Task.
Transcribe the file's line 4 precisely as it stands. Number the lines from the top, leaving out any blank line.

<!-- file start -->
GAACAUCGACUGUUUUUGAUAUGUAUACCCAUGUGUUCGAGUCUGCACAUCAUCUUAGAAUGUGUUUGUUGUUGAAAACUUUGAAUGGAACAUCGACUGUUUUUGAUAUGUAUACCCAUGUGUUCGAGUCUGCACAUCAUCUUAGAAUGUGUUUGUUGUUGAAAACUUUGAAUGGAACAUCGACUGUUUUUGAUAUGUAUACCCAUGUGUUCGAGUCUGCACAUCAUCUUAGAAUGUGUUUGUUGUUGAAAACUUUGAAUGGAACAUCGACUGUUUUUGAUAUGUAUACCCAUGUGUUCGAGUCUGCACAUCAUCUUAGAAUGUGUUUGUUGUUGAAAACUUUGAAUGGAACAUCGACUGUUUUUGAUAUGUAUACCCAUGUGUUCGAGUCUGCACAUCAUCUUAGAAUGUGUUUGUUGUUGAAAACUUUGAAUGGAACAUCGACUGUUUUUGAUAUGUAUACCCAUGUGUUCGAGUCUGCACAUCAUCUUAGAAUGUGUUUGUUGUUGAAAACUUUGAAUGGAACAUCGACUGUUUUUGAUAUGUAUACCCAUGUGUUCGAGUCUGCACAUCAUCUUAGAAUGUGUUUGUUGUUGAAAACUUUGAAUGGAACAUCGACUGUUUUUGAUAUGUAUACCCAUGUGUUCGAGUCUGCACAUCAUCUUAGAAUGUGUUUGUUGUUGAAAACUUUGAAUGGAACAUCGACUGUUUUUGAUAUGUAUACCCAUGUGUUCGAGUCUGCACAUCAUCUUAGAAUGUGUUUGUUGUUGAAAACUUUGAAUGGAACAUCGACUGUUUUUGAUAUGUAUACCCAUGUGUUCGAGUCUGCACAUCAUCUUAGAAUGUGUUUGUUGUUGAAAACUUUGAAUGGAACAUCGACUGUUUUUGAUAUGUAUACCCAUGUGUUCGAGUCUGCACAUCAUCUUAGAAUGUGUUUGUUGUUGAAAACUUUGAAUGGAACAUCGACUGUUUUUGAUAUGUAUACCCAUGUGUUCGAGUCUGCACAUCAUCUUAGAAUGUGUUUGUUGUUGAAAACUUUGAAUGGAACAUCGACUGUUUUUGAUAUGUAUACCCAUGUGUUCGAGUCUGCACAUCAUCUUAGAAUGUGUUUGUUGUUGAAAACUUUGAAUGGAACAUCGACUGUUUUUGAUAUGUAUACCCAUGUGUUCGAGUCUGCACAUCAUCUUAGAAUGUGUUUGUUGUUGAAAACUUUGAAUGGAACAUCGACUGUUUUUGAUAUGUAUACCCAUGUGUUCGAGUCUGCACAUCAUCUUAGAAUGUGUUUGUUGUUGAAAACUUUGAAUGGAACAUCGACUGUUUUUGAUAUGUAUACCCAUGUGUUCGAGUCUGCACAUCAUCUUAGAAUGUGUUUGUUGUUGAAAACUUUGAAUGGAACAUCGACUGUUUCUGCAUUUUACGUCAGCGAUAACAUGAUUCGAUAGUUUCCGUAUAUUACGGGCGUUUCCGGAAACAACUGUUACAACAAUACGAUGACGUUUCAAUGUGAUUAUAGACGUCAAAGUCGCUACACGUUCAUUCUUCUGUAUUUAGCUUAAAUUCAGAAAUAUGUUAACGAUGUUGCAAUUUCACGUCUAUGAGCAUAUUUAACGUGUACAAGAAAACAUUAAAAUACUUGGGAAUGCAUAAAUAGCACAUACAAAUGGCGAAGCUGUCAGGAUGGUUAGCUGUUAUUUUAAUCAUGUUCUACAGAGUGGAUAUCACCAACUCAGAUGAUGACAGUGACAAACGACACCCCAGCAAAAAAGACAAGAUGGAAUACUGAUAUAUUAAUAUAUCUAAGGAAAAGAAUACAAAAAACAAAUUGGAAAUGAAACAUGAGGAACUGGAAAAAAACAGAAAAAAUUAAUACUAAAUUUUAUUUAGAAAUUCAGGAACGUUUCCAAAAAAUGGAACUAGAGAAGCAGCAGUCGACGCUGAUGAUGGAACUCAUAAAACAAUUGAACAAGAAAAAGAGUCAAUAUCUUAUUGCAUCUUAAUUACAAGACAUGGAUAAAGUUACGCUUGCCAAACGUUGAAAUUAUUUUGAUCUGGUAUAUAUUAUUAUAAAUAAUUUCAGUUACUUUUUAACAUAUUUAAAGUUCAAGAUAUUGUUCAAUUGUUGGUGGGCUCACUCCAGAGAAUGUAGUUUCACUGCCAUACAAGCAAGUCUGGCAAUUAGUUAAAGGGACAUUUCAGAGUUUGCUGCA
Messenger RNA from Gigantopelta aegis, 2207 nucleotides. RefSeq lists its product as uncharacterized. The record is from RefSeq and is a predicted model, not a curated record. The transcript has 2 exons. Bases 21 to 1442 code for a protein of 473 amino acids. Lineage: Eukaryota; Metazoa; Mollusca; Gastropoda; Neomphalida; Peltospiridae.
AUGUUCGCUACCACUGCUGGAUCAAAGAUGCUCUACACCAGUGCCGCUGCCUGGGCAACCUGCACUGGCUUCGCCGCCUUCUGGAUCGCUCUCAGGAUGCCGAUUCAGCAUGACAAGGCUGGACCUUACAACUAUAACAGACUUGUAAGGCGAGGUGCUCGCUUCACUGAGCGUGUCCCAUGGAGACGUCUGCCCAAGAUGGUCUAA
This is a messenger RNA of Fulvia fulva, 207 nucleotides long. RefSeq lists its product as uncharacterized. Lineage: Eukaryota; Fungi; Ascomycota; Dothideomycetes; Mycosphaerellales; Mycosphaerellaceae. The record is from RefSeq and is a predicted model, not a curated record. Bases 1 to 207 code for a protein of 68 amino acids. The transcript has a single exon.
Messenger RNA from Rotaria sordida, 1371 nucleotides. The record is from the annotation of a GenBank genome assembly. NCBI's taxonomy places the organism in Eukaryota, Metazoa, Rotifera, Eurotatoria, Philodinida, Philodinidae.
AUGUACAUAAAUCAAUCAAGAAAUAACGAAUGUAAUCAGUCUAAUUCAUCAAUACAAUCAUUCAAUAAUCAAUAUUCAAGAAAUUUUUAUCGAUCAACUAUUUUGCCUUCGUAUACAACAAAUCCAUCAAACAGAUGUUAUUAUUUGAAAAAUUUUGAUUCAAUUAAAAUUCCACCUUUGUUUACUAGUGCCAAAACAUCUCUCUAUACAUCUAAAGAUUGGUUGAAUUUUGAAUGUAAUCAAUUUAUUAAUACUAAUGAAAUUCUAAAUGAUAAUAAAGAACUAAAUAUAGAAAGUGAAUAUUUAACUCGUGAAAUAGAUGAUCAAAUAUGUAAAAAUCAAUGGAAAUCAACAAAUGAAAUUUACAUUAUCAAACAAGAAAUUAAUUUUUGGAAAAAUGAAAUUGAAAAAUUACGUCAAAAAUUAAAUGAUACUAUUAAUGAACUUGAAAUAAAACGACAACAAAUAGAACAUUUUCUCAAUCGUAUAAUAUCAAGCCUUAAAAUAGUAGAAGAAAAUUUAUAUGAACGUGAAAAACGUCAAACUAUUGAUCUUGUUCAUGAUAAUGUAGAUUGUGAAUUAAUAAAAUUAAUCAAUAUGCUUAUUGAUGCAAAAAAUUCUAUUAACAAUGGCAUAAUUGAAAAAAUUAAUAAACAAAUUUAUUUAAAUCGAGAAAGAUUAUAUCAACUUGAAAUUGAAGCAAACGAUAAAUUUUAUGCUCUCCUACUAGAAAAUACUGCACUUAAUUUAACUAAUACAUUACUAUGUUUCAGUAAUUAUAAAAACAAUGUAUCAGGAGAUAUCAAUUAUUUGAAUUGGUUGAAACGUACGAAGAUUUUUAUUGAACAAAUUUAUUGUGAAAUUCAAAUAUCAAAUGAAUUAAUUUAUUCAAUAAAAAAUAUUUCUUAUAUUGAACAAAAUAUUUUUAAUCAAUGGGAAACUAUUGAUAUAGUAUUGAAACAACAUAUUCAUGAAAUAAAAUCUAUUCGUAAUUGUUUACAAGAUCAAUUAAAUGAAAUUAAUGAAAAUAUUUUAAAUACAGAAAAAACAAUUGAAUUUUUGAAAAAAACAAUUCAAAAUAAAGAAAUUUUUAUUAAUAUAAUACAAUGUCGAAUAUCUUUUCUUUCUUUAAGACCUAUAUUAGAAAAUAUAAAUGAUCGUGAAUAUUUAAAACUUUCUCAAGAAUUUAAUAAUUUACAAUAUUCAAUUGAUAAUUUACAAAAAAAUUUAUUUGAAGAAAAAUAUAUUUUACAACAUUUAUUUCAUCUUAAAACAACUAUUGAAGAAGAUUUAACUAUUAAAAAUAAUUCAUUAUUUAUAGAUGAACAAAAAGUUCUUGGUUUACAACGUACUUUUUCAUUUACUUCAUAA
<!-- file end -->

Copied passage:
This is a messenger RNA of Fulvia fulva, 207 nucleotides long. RefSeq lists its product as uncharacterized. Lineage: Eukaryota; Fungi; Ascomycota; Dothideomycetes; Mycosphaerellales; Mycosphaerellaceae. The record is from RefSeq and is a predicted model, not a curated record. Bases 1 to 207 code for a protein of 68 amino acids. The transcript has a single exon.